Nearly all marching band music (not classic marches, mind) that I've seen in my five years of performing experience has been written without any kind of repeat signs. However, I've recently seen some marching arrangements of jazz standards that did in fact use repeat bars.

Printing in a "through-composed" manner seems to make more sense to me, as it would be easier for performers to annotate the sheet music as needed, and easier to coordinate drill charts with measure numbers.

Are these markings actually more common than I think?

  • What you haven't memorized your part? (seriously- all top marching bands do) Feb 28, 2019 at 19:49

2 Answers 2


I'm glad you excepted classic marches, which invariably have at least one BIG repeat, a DC after the trio section.

Yes, I can see the logic in 'writing it out' when complex drill moves are involved. I can't speak for the House Style of any particular publisher, but if you're asking for advice how YOU should score music I'd borrow Einstein's advice to make notation 'as simple as possible, but no simpler'. Use the minimum amount of ink that conveys all necessary information. This will depend on the music content and on the circumstances where it's to be performed. In movie soundtrack recording sessions we write everything out. Where music won't have to be sight-read we can trade a convoluted repeat structure for economy of paper.

  • I didn't think about a written-out section being easier to understand quickly. For the arrangement I'm working on right now, I think you've just sold me on writing it that way, instead of the (perhaps unjustifiably short) D.S. al coda.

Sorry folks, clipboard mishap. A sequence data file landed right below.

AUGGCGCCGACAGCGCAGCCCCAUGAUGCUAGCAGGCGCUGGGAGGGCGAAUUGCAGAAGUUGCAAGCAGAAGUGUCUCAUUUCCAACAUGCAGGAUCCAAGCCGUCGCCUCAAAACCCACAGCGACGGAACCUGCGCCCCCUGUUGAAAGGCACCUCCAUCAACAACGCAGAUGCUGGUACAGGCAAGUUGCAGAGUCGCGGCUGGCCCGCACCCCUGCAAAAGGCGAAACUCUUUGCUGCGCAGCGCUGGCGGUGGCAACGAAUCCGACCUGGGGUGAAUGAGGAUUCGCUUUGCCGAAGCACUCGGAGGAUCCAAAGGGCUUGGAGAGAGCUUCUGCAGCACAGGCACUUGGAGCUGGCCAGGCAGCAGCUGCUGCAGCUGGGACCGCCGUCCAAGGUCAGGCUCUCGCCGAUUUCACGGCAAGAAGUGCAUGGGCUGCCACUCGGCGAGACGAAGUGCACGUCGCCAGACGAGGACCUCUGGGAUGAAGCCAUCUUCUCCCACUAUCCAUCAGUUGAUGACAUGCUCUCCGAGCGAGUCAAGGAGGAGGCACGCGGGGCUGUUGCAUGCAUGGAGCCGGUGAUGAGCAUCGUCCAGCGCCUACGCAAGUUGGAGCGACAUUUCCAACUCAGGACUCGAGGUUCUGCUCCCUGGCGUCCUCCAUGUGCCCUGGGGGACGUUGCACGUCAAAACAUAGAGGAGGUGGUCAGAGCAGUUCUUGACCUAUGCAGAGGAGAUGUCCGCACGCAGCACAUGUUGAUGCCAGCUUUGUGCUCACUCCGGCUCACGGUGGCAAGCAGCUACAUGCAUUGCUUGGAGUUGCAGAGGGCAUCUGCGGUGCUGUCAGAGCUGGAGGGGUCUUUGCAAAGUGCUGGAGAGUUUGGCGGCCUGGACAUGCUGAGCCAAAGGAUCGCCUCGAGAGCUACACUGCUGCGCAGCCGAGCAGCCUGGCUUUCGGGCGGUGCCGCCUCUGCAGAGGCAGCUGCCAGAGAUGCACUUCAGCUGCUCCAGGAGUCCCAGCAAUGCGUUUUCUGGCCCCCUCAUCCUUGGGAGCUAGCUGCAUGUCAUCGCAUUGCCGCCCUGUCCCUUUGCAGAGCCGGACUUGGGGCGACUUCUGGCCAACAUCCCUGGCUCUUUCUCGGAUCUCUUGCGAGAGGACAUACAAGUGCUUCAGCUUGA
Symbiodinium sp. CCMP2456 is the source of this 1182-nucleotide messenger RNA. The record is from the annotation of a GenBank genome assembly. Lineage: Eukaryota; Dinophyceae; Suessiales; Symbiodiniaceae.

– JAF
    Feb 28, 2019 at 17:32
  • 1
    OK. But I guess marching bands get a fair amount of rehearsal? Instant sight-reading may not be THAT much of a priority! Feb 28, 2019 at 18:50
  • They do get a good amount of rehearsals, and private practice is also encouraged to memorize the music. However, I'm thinking that if you have to spend less cognitive energy following repeat marks around, the work of memorization might be easier (and my arrangement could be more marketable).
    – JAF
    Mar 1, 2019 at 15:17
  • University bands (and some high school bands too) will usually play a different show every week, so there might be a little more of a parallel to session musicians than to, say, an orchestra or wind band.
    – JAF
    Mar 1, 2019 at 15:20

Another reason for durchgedruckt music is that often, the repeats have slightly different orchestration or ornamentation or the like. Sousa's repeat of the trio in Semper Fidelis is an example; new instruments are added at each section.

DCs save paper but often make reading complicated. A few repeats with jumps and different instructions each time through (1st alletro, 2nd tempo di PBS documentary) become difficult.

  • "Durchgedruckt" - I KNEW there was a real word for it!
    – JAF
    Mar 1, 2019 at 15:21

Your Answer

By clicking “Post Your Answer”, you agree to our terms of service, privacy policy and cookie policy

Not the answer you're looking for? Browse other questions tagged or ask your own question.